Wednesday, January 6, 2016
Book Thoughts - The Sound of Gravel by Ruth Wariner
published January, 2016
Ruth Wariner was the thirty-ninth of her father’s forty-two children. Growing up on a farm in rural Mexico, where authorities turned a blind eye to the practices of her community, Ruth lives in a ramshackle house without indoor plumbing or electricity. At church, preachers teach that God will punish the wicked by destroying the world and that women can only ascend to Heaven by entering into polygamous marriages and giving birth to as many children as possible. After Ruth's father--the man who had been the founding prophet of the colony--is brutally murdered by his brother in a bid for church power, her mother remarries, becoming the second wife of another faithful congregant.
In need of government assistance and supplemental income, Ruth and her siblings are carted back and forth between Mexico and the United States, where her mother collects welfare and her step-father works a variety of odd jobs. Ruth comes to love the time she spends in the States, realizing that perhaps the community into which she was born is not the right one for her. As Ruth begins to doubt her family’s beliefs and question her mother’s choices, she struggles to balance her fierce love for her siblings with her determination to forge a better life for herself.
My thoughts -
Truth may be stranger than fiction, but in the case of Ruth Wariner, truth is definitely more compelling than fiction. I don't think I read another story in 2015 that so completely grabbed my attention from the beginning, and kept me reading quite so feverishly until the very end.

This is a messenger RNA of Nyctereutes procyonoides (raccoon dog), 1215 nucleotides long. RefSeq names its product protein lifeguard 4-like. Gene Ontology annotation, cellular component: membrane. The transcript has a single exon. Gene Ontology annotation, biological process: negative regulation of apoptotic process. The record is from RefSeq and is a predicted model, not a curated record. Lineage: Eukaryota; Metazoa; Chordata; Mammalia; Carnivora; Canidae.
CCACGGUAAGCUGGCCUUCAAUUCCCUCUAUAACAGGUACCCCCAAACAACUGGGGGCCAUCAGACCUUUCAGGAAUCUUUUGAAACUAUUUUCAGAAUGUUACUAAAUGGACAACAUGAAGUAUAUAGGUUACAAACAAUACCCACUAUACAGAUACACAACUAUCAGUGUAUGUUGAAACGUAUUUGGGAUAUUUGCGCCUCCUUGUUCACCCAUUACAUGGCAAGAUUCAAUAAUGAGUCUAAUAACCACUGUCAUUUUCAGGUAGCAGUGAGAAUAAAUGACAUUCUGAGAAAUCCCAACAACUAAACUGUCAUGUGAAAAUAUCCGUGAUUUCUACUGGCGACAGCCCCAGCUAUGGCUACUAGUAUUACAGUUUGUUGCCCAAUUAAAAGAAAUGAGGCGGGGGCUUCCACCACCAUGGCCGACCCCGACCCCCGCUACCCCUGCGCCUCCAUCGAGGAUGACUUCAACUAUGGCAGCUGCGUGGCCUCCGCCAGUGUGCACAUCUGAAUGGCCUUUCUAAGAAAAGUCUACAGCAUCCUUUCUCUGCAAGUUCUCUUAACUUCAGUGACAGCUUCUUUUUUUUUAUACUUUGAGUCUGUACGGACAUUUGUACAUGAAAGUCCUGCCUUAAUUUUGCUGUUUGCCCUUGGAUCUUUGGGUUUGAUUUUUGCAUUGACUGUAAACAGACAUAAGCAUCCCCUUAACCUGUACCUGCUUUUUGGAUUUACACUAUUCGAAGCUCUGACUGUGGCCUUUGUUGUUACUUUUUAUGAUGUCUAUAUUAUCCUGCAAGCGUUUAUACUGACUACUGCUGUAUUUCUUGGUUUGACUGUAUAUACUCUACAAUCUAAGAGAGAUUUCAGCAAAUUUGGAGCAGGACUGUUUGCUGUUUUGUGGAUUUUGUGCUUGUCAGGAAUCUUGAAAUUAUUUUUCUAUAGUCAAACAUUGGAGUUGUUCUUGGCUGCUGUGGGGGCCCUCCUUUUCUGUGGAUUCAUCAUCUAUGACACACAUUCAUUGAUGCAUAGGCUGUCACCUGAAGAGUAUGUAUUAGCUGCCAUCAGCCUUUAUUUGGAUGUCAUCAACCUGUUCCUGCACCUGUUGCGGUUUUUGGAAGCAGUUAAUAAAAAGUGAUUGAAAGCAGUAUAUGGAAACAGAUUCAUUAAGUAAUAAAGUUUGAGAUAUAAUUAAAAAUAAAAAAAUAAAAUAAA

Wariner's style is not flashy or showy - she tells her story simply, recounting both daily tasks and startling deprivations clearly and without embellishment. In giving equal weight to both the everyday and the extraordinary, Wariner shows us the importance of both in molding her into the woman she is today.
This book was not an easy read. The mom in me was horrified over and over as I read the details of her life without electricity, adequate food, and appropriate adult supervision. And yet, even with all the tension and struggle and darkness, Wariner manages to convey the sense that her childhood, difficult as it was, held moments of magic. I've seen comparisons to Jeanette Walls' "The Glass Castle", and I think they are accurate. This is not the type of book that one enjoys reading, but it is certainly a book that it is nearly impossible to put down. I could definitely see this being a fantastic read for a book club as well.
The Sound of Gravel will without a doubt be on my list of best reads of the year. This is a memoir for readers who think they don't like memoirs - this book will keep you up at night, bring tears to your eyes, and make you believe in happy endings again. Highest recommendation!
Finished - 11/23/15
Source - ARC from the publisher - thank you Flatiron Books!
MPAA rating - PG-13 for mild descriptions of abuse and death
My rating - 5/5